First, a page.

Saracens interim chief executive Ed Griffiths has resigned from his position less than a month after being appointed.
Griffiths returned to Saracens on January 2 to address a multitude of issues facing the reigning Premiership champions.
In light of Nigel Wray’s retirement as chairman, Griffiths admitted the severity of Saracens’ financial misbalance could mean wages would need to be cut or a reduction in headcount.
He was given a 12-month period to de-escalate the salary cap scandal and repair the image of Saracens off it, but leaves after just 26 days.
Griffiths played down how meaningful his exit proves to be for to-be-relegated Saracens.
“This was always going to be a very short-term appointment, and others are well-placed to drive forward the rebuilding of the club,” Griffiths said.
More now lies on the shoulders of new chairman Neil Golding, who thanked Griffiths for his input.
“The club is very grateful to Edward for temporarily stepping away from his other commitments to provide significant assistance during a difficult period, and wishes him well in the future,” Golding said in a statement released by Saracens.
“The recruitment process is underway for a long term CEO and an appointment will be made in due course.”
Earlier this week, it became public that the England & Wales Cricket Board (ECB) is conducting an ongoing investigation into Griffiths to determine whether he was working as an unregistered agent in cricket.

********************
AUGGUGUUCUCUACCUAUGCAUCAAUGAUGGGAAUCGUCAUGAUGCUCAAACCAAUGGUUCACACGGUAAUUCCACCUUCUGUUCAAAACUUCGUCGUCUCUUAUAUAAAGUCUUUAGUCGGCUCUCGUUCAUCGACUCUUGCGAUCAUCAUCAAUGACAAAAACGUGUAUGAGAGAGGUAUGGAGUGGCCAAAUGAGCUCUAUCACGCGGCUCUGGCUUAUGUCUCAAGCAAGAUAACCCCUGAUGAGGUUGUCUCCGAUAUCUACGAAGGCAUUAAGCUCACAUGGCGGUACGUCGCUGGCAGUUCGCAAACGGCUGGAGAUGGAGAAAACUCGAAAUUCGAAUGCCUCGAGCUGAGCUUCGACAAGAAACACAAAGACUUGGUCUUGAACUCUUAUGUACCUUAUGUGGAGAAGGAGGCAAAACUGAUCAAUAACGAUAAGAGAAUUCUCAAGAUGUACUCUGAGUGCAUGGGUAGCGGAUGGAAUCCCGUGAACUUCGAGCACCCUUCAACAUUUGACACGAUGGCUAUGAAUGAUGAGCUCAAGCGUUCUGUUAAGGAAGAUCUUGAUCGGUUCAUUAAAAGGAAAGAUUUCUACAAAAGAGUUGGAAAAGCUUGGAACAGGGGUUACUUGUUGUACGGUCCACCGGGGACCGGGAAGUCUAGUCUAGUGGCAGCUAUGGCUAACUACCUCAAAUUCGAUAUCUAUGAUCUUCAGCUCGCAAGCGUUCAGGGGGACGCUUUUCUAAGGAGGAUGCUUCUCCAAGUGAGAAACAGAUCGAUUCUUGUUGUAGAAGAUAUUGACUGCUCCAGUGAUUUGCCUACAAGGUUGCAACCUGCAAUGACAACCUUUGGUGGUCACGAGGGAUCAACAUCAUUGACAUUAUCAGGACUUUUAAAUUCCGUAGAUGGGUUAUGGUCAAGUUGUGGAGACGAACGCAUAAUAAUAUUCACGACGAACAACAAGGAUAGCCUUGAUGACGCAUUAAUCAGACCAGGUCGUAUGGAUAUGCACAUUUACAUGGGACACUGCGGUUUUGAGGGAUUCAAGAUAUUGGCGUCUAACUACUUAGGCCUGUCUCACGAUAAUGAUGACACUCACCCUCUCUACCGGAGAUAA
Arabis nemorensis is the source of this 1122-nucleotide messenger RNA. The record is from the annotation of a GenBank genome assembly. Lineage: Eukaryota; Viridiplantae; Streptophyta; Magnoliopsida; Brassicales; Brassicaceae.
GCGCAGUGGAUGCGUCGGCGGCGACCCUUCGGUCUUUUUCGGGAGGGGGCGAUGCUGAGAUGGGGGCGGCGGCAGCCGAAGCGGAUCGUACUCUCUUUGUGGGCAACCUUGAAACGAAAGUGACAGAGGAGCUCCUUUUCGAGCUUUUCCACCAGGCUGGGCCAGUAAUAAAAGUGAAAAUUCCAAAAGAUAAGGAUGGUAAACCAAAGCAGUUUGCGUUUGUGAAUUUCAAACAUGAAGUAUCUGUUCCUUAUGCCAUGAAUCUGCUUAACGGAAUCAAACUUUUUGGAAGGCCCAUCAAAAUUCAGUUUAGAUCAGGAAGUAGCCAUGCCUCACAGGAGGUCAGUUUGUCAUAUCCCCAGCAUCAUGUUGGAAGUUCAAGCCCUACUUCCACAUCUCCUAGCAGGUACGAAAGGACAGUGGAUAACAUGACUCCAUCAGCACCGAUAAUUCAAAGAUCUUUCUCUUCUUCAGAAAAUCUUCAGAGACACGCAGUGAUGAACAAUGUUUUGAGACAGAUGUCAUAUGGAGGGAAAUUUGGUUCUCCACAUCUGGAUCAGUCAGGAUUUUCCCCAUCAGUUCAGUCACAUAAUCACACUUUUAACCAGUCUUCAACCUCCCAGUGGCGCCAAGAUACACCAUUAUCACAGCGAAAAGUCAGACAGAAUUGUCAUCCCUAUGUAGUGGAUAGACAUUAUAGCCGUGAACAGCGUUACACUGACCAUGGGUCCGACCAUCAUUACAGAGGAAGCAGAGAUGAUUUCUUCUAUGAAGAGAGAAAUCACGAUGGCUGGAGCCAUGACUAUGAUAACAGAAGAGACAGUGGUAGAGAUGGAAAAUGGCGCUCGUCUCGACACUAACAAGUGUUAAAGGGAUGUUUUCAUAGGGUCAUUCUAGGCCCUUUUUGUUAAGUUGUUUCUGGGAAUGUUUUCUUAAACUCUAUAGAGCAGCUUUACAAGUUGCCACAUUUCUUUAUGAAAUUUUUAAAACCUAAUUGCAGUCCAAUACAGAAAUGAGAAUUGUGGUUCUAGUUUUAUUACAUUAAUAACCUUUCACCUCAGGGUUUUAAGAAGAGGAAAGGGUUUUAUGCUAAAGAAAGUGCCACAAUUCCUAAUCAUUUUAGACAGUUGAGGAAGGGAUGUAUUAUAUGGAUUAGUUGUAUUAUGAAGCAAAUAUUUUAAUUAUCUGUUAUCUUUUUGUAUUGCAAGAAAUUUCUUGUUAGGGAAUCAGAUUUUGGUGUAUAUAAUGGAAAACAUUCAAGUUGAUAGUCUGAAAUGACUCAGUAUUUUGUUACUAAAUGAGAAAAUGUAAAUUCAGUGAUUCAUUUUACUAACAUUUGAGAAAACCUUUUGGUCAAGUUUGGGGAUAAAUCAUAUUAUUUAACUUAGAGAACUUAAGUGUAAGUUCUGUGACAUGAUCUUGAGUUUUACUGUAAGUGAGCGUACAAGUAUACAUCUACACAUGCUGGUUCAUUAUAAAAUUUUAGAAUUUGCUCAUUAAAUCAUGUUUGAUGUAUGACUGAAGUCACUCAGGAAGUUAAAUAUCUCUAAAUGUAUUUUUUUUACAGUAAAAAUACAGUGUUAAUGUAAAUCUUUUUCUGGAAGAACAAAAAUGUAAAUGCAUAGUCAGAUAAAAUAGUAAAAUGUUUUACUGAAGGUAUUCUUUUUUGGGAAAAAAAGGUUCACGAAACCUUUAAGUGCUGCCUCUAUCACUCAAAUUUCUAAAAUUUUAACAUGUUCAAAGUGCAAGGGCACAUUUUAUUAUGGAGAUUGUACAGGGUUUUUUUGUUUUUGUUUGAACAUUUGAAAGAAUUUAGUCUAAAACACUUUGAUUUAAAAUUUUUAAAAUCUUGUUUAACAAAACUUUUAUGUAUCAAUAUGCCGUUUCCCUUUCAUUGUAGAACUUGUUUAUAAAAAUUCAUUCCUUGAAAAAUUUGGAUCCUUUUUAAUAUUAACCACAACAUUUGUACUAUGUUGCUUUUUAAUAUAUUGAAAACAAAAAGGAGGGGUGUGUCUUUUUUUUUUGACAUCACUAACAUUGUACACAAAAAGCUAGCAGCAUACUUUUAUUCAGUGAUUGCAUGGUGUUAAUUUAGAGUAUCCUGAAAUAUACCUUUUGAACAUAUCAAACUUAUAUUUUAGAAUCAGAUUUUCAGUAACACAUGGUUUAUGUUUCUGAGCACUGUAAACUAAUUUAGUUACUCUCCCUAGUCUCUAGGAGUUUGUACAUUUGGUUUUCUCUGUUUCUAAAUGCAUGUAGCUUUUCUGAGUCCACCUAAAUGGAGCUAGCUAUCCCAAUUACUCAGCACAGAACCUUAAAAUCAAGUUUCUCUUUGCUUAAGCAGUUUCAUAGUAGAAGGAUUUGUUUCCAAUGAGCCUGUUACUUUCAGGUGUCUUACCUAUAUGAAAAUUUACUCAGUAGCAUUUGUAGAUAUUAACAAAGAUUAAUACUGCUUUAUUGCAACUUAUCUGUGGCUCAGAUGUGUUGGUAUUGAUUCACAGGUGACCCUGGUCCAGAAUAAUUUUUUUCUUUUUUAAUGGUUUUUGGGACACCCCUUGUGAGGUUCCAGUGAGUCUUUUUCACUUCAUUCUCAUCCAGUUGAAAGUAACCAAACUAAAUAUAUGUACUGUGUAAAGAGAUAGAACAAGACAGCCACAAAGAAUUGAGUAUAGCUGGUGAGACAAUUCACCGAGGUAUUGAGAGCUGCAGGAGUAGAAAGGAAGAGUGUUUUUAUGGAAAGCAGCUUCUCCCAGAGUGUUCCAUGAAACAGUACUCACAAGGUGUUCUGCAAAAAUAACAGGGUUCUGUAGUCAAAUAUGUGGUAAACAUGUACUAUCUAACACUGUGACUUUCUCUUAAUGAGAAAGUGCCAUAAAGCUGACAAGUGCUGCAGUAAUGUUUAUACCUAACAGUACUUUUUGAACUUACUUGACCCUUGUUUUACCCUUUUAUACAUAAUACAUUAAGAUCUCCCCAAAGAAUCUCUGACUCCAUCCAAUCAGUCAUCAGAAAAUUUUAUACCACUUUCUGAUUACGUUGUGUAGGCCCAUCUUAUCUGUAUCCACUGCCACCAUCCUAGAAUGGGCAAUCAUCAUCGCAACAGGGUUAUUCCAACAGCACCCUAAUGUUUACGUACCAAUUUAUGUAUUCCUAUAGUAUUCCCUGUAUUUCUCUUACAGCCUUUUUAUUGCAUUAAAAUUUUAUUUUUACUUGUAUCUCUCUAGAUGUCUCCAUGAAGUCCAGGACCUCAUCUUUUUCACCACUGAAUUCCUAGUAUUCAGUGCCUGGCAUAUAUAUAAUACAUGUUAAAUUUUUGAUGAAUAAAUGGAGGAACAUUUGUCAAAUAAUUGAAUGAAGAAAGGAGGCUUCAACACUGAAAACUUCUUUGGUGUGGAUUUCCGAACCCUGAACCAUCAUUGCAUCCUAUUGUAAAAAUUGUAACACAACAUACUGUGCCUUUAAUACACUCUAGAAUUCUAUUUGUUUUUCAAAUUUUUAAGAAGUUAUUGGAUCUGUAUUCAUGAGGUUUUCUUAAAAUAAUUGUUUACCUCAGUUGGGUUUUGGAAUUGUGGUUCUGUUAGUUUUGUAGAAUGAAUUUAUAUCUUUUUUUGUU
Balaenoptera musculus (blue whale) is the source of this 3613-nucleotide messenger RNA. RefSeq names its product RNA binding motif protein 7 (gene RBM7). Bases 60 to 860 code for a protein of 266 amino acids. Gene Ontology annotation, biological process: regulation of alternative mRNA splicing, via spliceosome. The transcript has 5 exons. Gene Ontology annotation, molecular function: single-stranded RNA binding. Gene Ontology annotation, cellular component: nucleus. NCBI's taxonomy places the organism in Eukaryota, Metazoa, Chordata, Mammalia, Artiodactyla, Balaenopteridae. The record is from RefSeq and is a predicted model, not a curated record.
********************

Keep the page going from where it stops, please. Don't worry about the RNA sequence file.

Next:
Before arriving at Saracens, he held a consultancy role with Middlesex where its claimed his company, ASM, were paid money to facilitate a player’s move elsewhere.
A matter Griffiths denies strongly and stressed he was ‘happy to co-operate’ with the ECB’s probe.
“My role at Middlesex has always been very clear. I provide support to players beyond the cricket,” Griffiths told Standard Sport. “That support can take many different forms, and it has always been very clear in all these transactions that that support has been on behalf of Middlesex, not the players.
“My company gets paid by Middlesex, not the players. We have never received any money from a player, or as commission.
“Most of that support is second career [helping players plan for retirement], but it can be assistance with a bat deal or anything.”
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